When the police and army finally show up, they are mostly uninterested in interrogating or detaining the stone throwers, and focus almost exclusively on removing us from the area. The settlers, who were there illegally even under Israeli law, and who regularly attack the Palestinians in the village below, received protection from the army, while we, mostly Israeli Jewish citizens who were documenting an illegal settlement, were told to leave. Why was their “right” to be there protected while we were forced to move. More importantly, if this is an illegal settlement, how come the army and the police hadn’t prevented them from re-establishing the settlement.
In this incident all the hidden dynamics and obfuscation about the settlement process are uncovered. These inhabitants of “illegal outposts,” just like the inhabitants of the settlements, have the full support and protection of the State. Periodically Israel demolishes an “illegal outpost,” as they had in this site a few weeks earlier, but it is no more than a charade directed at the international community, particularly the U.S. No sooner has the outpost been demolished, it is re-established and/or others created. Israeli government officials then tell the Americans and the world that they have removed so many outposts, as Ehud Barak, did recently, as part of their efforts to promote peace with the Palestinians. It is all smoke and mirrors. While some leaders of the settlement movement and government may be embarrassed by the violence of these “hilltop youth,” they implicitly enable their activity. They turn a blind eye to these “illegal” outposts because it serves the interests of the State that wants to clear the area of the South Hebron Hills of Palestinian villages so that it can create a contiguous area of Jewish settlement connecting south to the Negev.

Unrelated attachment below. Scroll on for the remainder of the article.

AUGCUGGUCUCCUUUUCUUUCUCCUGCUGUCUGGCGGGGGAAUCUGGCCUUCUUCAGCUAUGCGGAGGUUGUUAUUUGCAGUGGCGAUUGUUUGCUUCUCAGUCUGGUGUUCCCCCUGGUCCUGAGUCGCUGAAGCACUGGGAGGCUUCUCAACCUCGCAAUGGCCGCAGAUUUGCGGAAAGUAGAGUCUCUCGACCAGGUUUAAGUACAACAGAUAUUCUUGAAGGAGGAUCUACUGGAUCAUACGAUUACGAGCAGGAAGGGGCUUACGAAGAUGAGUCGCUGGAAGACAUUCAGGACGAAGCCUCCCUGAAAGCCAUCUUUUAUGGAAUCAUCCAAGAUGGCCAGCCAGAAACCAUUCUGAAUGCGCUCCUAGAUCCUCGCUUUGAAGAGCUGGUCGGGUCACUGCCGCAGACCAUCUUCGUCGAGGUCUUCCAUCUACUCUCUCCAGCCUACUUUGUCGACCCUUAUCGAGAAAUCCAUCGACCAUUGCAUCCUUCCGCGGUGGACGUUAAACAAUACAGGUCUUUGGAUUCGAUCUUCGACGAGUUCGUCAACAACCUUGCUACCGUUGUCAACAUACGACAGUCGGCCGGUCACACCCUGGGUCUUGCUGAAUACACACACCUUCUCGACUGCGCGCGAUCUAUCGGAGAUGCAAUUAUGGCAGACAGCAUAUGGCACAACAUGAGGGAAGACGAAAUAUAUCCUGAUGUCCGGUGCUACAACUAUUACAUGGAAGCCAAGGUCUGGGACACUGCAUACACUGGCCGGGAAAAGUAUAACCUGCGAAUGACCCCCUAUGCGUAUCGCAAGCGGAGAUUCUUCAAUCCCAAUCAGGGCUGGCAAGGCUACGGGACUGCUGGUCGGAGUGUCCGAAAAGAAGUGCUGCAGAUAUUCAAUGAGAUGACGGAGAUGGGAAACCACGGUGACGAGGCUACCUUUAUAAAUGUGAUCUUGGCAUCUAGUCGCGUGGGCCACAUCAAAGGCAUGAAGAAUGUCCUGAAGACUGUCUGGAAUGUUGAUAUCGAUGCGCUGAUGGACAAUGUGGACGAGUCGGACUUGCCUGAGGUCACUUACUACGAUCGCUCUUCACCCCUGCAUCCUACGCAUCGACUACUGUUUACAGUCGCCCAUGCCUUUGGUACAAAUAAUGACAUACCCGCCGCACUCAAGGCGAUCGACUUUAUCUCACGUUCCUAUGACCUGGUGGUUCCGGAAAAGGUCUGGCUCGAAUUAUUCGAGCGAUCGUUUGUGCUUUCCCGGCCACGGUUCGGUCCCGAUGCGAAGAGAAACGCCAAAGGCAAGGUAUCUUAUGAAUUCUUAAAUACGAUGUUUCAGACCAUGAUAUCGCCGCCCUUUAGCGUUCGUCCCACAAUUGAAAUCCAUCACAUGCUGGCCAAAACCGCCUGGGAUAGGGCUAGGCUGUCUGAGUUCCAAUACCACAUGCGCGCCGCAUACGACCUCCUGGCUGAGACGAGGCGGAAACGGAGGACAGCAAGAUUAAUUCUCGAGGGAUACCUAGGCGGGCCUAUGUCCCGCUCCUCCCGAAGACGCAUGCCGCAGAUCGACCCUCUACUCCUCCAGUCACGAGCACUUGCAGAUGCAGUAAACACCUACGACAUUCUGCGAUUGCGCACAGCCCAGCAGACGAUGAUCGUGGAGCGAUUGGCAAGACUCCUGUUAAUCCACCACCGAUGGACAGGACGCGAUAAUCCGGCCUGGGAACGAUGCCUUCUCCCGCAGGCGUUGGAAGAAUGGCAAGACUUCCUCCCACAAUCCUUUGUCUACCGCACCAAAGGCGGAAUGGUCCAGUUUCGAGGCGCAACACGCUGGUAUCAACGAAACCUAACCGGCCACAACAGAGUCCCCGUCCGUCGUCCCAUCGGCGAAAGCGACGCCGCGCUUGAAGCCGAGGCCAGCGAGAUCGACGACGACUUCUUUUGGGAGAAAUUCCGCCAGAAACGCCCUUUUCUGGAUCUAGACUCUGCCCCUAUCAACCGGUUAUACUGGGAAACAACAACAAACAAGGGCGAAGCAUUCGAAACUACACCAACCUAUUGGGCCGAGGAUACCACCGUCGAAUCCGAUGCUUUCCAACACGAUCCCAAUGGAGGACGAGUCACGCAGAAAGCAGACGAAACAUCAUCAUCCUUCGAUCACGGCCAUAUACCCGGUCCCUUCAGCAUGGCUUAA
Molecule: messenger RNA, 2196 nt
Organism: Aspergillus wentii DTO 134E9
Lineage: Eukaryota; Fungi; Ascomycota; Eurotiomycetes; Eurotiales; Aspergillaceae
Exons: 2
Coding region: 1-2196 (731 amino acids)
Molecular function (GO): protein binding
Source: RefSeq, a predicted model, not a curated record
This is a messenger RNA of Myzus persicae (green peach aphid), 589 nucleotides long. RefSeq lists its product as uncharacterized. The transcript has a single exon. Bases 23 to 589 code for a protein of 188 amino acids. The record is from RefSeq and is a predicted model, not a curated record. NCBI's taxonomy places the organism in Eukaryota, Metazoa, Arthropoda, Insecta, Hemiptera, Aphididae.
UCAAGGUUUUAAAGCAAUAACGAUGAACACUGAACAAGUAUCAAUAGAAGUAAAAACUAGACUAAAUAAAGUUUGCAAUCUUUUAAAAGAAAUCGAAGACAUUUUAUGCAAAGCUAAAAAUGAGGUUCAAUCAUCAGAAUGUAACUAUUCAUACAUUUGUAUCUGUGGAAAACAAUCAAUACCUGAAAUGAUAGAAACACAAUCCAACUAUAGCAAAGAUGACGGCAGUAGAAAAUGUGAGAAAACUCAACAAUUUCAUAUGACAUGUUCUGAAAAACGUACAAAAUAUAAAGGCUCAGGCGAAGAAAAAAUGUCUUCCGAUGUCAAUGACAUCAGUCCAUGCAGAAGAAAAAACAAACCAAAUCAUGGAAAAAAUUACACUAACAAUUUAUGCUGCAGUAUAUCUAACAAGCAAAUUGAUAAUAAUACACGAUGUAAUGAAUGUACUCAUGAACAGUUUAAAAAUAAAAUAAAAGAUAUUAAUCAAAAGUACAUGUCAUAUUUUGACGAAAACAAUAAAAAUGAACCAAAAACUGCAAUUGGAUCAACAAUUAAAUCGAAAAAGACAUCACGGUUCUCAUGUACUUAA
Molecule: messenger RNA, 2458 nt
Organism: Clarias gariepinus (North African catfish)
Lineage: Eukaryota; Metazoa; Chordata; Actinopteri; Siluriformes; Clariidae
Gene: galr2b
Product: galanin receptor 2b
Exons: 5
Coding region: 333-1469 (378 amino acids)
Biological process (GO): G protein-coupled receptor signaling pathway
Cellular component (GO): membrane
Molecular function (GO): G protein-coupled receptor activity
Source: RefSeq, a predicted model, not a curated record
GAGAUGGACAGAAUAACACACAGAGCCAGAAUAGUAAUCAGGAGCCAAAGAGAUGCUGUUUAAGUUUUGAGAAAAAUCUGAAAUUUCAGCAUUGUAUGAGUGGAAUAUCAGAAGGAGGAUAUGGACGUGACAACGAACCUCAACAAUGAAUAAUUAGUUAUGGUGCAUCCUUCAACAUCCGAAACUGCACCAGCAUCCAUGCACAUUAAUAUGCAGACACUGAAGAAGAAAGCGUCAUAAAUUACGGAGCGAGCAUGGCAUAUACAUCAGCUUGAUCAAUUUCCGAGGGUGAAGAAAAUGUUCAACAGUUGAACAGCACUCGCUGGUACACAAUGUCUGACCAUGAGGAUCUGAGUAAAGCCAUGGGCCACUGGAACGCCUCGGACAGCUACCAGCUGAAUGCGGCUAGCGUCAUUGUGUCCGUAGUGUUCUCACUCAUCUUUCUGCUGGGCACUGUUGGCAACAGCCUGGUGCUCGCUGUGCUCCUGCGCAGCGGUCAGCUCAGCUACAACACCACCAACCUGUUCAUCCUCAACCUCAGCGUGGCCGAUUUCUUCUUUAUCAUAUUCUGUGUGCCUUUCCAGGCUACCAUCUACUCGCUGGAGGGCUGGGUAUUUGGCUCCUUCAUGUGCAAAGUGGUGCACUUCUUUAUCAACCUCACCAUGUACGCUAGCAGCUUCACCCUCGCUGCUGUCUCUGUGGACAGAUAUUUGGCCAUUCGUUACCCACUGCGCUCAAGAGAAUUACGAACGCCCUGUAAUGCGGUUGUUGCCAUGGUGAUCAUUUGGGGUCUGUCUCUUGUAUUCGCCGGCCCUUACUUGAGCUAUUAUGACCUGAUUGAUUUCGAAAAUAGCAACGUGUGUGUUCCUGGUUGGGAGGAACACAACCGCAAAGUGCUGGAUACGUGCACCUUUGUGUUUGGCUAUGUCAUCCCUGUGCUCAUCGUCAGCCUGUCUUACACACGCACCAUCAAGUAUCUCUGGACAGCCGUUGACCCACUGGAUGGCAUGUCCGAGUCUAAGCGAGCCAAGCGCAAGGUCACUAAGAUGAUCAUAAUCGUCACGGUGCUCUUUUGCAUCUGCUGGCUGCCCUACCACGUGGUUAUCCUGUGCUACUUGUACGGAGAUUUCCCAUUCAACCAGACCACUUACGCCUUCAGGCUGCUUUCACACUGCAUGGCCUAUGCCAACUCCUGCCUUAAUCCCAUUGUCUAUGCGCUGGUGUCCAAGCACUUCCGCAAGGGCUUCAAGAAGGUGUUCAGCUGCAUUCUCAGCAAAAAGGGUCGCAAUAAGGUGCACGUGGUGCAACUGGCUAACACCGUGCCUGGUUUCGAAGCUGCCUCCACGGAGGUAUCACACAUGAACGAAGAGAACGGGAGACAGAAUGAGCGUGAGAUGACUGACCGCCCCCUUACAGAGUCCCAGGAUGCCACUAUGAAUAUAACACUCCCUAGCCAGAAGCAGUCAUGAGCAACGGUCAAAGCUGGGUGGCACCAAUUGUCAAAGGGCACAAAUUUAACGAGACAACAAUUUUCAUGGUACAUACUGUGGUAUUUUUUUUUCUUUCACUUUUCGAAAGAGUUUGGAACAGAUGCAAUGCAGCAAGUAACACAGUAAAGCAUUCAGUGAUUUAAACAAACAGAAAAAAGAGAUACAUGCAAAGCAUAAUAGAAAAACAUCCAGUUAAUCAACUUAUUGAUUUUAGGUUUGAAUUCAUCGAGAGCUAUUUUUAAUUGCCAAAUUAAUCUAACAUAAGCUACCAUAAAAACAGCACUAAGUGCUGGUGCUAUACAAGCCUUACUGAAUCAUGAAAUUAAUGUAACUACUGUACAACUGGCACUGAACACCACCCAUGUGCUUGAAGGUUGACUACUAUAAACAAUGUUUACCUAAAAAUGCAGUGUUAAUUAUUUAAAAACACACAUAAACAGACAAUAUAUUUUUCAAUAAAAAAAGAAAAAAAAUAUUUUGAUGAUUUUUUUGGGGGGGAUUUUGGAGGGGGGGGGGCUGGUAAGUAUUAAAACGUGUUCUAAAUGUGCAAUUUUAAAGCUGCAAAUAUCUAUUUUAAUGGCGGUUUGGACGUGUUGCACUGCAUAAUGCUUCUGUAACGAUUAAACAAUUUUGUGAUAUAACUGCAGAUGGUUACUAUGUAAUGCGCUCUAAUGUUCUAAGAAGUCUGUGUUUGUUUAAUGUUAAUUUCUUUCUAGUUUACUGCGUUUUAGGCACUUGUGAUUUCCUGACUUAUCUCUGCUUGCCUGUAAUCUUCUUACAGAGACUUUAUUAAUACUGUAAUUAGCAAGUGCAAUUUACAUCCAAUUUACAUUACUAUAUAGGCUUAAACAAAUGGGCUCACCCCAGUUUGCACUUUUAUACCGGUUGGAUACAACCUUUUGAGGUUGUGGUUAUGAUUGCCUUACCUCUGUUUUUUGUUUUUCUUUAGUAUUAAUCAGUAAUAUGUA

The State of Israel is complicit in the harassment and violence against Palestinian shepherds and in attacks on Palestinian villagers, attacks that are far more frequent and vicious than the attack to which we were subjected. These attacks are all part of an effort to clear the area of Palestinians.
About half an hour after the attack, when several army trucks and police are on the scene, a police commander arrives and shows us a document declaring the area to be a “closed military zone” and tells us to leave. On the bus down to South Hebron, Yehuda, one of the Taayush activists, had told me that the army prepares these closed military zone orders ahead of time to be used whenever and wherever necessary. The members of Taayush ask why we must leave but the “illegal” settlers stay. Curtly, he replies that the commander has complete discretion as to who must leave a closed military zone and he has decided that we must leave. They stay and we leave.
Following the stone throwing, once the police arrived, more settlers appear. I was struck by the appearance of two young women settlers and particularly by a young man who couldn’t be more than twenty, a gun strapped over his shoulder, pushing an infant in a carriage. I was drawn to this young man. He seemed so innocent and young and I was touched by his care for his child. Despite this, he was part of a violent community that has settled on stolen land with the aid of the overwhelming power of the Israeli military. His community terrorizes the residents of the village as they believe that this land was given by God to the Jewish people.
There is a Jewish phrase that a mitzvah leads to another mitzvah and transgression to another transgression. As I stand there, I think of this phrase. This settlement, like all the settlements, are in their very essence violent communities established on the land that belongs to others enabled by the power of the Israeli state army. It is not surprising that such acts of violence provoke resistance, including violent resistance, leading to a never ending cycle of violence.